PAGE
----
d) Same minor side characters: Party A returns to the adventurers' guild to turn in a quest. At the counter they meet the same clerk as always, because that one is a recurring character who is either a comic relief, a very helpful professional, or an annoying person (e.g. like in "This Quest is Bullshit"). Party B arrives in a new town, goes to the adventurers' guild, asks about quests. The clerk is ... the same. -> Why should you have to make up yet another new person? You can recycle their personality or even their dialogue including the bad jokes. The readers will recognize the clerk and go "yay, it's Michael McClerk again, I wonder if he will be as incompetent/helpful/rude as in (other story)
And, last but not least, you can have characters from A and B work together.
e) Party B finds out about a threat that is too strong for them, they report to the higher-ups, then party B has to lead the strong party A to the danger. They can swap stories on the way, people from A can give pointers to people from B while they camp, then group B can watch how a high-level group works together to defeat a very big danger. -> In story A, this would start with "Guild leader asks the party to defeat a dangerous threat, a group of low-level NPC will show them where to find it". In story B this would show that while the party has already made progress, they are still weak in comparison to others. Jaws drop.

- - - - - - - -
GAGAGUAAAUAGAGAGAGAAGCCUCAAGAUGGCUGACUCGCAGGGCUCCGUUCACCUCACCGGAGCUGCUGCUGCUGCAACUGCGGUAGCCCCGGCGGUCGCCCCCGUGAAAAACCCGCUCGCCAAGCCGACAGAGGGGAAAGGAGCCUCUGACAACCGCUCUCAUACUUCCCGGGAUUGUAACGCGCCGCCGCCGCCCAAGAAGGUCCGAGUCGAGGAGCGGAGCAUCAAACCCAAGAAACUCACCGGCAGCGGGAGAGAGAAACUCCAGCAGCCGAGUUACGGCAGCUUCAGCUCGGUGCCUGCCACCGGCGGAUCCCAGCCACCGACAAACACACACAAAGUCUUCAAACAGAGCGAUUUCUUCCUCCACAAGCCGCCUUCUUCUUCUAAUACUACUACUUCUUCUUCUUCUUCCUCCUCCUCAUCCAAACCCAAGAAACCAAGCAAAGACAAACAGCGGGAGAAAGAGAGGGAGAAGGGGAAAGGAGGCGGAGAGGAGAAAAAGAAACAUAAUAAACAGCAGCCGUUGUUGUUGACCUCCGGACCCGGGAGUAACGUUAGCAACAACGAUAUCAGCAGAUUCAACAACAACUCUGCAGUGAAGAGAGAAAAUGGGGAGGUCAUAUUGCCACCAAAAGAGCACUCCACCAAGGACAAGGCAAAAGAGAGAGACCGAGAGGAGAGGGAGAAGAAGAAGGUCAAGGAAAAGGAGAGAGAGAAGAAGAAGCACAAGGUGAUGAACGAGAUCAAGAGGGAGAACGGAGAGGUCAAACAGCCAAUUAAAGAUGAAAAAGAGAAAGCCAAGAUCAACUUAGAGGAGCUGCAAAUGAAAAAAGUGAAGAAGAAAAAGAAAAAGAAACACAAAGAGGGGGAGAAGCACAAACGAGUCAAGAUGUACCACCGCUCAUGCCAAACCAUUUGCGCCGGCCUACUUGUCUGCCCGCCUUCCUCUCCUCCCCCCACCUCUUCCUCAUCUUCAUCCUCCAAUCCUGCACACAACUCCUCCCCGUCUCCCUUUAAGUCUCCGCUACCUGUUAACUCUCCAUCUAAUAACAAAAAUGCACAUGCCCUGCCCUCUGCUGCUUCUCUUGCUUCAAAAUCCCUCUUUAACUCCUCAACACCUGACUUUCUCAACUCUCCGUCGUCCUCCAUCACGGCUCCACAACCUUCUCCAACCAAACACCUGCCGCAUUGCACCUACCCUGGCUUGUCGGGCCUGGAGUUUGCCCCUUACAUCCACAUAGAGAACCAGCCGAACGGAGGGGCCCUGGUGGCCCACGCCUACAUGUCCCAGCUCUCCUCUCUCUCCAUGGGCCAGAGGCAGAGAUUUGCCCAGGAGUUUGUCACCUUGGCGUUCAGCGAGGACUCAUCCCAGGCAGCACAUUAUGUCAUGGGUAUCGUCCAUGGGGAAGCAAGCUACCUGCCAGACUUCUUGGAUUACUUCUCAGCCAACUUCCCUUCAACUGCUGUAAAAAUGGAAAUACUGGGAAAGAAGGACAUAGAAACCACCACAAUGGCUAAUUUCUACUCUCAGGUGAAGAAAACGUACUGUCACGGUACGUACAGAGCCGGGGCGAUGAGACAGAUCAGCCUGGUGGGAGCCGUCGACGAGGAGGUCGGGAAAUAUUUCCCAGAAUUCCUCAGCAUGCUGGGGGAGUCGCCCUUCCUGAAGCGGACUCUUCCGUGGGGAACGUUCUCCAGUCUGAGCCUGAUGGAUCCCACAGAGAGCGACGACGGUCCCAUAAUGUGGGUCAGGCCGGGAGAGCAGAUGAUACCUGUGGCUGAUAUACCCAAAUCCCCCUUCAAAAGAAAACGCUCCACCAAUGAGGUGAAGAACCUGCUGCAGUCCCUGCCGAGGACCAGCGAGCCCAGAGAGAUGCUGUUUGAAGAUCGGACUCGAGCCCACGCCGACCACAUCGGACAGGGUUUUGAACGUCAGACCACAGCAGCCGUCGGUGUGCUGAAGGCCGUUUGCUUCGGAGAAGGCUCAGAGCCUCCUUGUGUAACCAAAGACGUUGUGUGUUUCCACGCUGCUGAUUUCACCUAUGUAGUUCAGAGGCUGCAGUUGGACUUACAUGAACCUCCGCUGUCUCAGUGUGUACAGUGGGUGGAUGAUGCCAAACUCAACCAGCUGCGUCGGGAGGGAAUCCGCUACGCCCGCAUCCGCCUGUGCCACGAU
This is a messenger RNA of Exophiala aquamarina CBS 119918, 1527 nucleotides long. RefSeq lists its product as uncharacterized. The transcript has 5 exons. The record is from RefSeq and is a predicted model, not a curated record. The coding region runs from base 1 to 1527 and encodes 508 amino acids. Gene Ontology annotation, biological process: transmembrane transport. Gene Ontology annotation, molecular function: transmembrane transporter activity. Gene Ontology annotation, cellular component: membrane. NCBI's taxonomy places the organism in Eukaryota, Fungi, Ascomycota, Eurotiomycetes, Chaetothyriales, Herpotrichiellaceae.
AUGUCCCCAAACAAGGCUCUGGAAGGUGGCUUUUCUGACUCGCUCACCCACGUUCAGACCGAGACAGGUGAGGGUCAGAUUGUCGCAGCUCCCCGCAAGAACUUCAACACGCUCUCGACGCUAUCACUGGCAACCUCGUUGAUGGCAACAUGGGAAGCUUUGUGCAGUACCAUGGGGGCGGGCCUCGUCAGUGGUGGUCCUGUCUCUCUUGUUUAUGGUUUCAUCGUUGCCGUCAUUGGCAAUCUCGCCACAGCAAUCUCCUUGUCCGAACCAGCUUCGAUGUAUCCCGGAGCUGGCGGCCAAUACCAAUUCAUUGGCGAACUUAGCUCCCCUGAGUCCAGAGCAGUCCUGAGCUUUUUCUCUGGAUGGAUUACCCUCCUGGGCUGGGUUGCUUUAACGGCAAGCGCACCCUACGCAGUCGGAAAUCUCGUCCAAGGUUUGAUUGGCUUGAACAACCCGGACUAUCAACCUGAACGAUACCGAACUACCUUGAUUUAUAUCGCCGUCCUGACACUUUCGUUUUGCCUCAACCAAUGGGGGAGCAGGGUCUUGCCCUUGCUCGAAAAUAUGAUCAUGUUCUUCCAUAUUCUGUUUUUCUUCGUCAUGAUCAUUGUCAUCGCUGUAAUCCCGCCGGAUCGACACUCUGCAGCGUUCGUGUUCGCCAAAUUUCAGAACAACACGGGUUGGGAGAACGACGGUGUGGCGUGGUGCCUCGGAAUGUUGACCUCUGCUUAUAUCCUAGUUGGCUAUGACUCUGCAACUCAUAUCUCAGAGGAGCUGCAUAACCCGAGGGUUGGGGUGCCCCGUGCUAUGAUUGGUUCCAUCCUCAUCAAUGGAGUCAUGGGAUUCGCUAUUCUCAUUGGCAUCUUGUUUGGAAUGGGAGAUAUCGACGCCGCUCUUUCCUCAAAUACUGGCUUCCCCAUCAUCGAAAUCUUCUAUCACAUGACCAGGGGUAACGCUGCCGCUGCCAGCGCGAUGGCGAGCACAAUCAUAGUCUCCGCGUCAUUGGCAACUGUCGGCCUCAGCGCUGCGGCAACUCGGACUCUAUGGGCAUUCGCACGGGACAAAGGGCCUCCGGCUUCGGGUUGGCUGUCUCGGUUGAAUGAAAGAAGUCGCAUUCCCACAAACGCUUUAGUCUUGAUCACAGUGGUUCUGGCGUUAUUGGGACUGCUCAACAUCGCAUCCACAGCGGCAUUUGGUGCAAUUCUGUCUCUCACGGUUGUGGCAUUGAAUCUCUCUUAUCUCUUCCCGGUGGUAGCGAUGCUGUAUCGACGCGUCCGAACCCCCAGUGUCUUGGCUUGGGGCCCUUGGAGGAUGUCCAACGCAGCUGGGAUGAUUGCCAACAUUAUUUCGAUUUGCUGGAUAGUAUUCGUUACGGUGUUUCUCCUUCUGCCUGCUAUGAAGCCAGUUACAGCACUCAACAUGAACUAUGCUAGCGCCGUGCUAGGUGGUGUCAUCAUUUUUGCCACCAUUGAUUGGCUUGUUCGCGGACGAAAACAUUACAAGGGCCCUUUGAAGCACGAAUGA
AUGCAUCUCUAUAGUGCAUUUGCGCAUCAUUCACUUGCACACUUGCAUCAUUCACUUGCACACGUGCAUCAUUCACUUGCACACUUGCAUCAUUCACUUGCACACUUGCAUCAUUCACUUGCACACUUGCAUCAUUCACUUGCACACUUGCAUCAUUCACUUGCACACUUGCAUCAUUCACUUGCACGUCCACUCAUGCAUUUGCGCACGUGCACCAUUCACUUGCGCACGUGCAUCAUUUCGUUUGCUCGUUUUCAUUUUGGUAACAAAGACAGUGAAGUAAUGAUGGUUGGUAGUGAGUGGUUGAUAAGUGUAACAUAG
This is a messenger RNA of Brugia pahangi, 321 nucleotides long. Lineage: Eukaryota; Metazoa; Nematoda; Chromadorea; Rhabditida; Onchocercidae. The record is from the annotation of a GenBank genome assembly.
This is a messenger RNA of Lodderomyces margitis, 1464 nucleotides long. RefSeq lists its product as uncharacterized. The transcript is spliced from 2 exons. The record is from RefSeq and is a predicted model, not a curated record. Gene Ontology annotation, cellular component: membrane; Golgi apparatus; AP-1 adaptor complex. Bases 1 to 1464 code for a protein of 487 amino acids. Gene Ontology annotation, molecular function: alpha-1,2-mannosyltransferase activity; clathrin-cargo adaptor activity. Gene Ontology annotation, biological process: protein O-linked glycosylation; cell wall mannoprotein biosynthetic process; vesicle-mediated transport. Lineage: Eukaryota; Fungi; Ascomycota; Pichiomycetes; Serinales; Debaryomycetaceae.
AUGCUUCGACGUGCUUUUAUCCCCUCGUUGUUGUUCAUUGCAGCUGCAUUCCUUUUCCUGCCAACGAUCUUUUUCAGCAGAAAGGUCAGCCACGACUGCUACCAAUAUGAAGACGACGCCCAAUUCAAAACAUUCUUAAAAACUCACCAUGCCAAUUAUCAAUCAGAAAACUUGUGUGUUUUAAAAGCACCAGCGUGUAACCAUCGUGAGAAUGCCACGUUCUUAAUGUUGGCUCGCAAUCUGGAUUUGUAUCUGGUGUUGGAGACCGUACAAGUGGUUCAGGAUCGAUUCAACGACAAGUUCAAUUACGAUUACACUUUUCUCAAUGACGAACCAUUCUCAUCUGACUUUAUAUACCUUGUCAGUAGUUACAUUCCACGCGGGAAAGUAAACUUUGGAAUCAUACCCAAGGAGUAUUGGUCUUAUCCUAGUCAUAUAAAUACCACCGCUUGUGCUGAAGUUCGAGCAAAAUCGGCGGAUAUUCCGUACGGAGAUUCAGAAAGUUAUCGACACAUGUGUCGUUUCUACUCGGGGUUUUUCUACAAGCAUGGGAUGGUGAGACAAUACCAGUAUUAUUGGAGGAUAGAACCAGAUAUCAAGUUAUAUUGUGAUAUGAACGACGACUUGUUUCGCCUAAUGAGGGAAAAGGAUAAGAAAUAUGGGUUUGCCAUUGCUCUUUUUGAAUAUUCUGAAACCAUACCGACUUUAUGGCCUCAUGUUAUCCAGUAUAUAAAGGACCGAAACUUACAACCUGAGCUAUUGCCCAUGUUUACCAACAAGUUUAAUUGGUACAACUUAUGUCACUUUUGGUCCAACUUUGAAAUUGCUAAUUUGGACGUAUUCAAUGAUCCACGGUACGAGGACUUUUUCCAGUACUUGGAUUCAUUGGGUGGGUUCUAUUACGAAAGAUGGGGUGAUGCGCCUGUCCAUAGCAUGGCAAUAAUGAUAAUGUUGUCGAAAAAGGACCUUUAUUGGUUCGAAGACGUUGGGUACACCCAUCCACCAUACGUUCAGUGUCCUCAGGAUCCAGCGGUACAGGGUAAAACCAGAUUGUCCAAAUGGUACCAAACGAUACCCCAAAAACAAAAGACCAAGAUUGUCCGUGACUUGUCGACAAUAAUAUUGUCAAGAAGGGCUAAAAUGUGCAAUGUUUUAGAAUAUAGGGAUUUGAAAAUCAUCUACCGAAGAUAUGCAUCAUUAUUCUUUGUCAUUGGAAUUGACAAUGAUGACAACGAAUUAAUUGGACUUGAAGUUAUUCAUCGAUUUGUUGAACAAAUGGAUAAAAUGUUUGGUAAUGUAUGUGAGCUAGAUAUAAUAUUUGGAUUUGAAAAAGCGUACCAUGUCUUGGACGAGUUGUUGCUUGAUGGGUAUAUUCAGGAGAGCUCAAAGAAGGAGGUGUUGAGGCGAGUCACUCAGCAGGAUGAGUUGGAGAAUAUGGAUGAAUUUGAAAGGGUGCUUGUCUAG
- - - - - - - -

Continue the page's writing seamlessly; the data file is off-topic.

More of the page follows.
f) In story A, party A needs somebody with a special skillset. They hire a specialist for it, even though it takes a while to find one and they do some other things until he is found. In story B, the MC has a special skillset. While short on coin, he looks at the quest board. One high-paying quest has apparently been posted there for a while because it is very difficult, but with the MC's unusual powers it's easy.